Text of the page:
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Fridolín Pokorný
Fridolín Pokorný

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How to beat Python’s pip: A brief intro

The Python’s package installer, pip, is known to have issues when resolving software stacks. In the upcoming series of articles, I will briefly discuss an approach that helped to resolve versions of libraries for applications faster than pip’s resolution algorithm. Moreover, the resolved software stacks are scored based on various aspects to help with shipping high-quality software.

Python is one of the most growing programming languages out there. There is no doubt it’s becoming the programming language of choice for data science, machine learning engineers, or software developers. In my eyes, Python code is a pseudo-code that simply runs — easy to write, easy to maintain. Creating an API server using Flask, making data analysis in Jupyter notebooks, or creating a neural network using TensorFlow, these all can be easily written in a few lines of code. Any performance-critical parts can be optimized thanks to CPython’s C API. Python is a very effective weapon in anyone’s inventory.

Python, pip & resolvers

The Python Packaging Authority (PyPA) is a working group that maintains a core set of projects used in Python packaging. One of these components is pip — the PyPA recommended tool for installing Python packages. If you developed any Python application, most probably you have used it or at least considered it to be used for installing libraries for your project. Similar tools are Pipenv (also maintained by PyPA) or Poetry.

pip does its job in most cases pretty well — it can install your desired software from PyPI — the Python’s Packaging Index that hosts open-source projects. Alternatively, you can use your privately hosted Python indexes as a source of software to be installed. Unfortunately, pip lacks a proper implementation of a resolver that can in some cases lead to painful situations. As of today, PyPA is working on a new pip’s resolver implementation. Mostly, resolvers use an implementation but let’s have a look at the resolution problem from the other side.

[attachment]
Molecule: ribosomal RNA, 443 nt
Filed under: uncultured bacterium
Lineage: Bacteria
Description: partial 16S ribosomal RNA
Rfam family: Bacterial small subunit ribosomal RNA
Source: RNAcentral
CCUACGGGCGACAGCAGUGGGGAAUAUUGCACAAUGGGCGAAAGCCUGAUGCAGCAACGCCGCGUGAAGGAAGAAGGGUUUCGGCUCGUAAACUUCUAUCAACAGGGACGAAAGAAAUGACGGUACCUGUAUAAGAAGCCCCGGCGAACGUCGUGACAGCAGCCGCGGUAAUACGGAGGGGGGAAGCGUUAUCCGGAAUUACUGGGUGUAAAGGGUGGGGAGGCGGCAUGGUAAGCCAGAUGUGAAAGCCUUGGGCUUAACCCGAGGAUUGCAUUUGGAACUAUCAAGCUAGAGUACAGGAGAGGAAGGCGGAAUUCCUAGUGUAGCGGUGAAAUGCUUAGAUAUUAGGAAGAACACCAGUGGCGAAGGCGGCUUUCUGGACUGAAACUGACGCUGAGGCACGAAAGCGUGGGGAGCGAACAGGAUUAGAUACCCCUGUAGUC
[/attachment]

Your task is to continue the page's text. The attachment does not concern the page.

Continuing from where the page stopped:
A state-space made out of Python packages

Let’s say we want to create an application that uses two libraries called simplelib and anotherlib. These libraries can be installed in different versions. These versions can have a different impact on the resulting software shipped — e.g. performance impact, security impact, or, in the worst cases, the application does not assemble at all. Now, let’s create a function that includes such observations and performs "scoring" with respect to versions included in the software installed. Such function would have discrete values and for our artificial example it could look like this visualization (assuming the libraries do not have any transitive dependencies):

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To make it more intuitive let’s try to interpolate values and plot the resulting figure:

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On the horizontal axes, you can see different versions of simplelib and anotherlib libraries. On the vertical axis, you can see different values of the scoring function. If you would use pip, Pipenv, or Poetry, all these tools will resolve as more recent versions of libraries as possible — on our graph it would be the rightmost value:

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But what if we want to ship better software? What if the most recent releases are broken? That would require manual work, increased maintenance cost and one can easily end up in dependency hell.

Thoth’s advise: install the right software

The idea described above gave birth to a project called Thoth. Thoth is a recommendation engine for Python applications that can resolve not the latest, but the greatest set of libraries that get installed for your application. Thoth’s resolver is resolving and scoring software stacks based on it’s aggregated knowledge — hence it’s a server-side resolution. You can submit requirements that you have for your application and Thoth’s recommendation engine can resolve the software stack that satisfies them.

In the upcoming articles, I will dive more into Thoth’s internals — how the resolution is performed, what are the key concepts implemented, and how the implementation can resolve and score tenths, hundreds, or thousands of software stacks a second. One of the concepts used there is reinforcement learning that helps to resolve high-quality software stacks based on observations in Thoth’s knowledge base, so stay tuned!

Top comments (2)

justjordant profile image
Jordan Taylor

Great, article. what did you use for those plots

fridex profile image
Fridolín Pokorný

Thanks, I used gnuplot.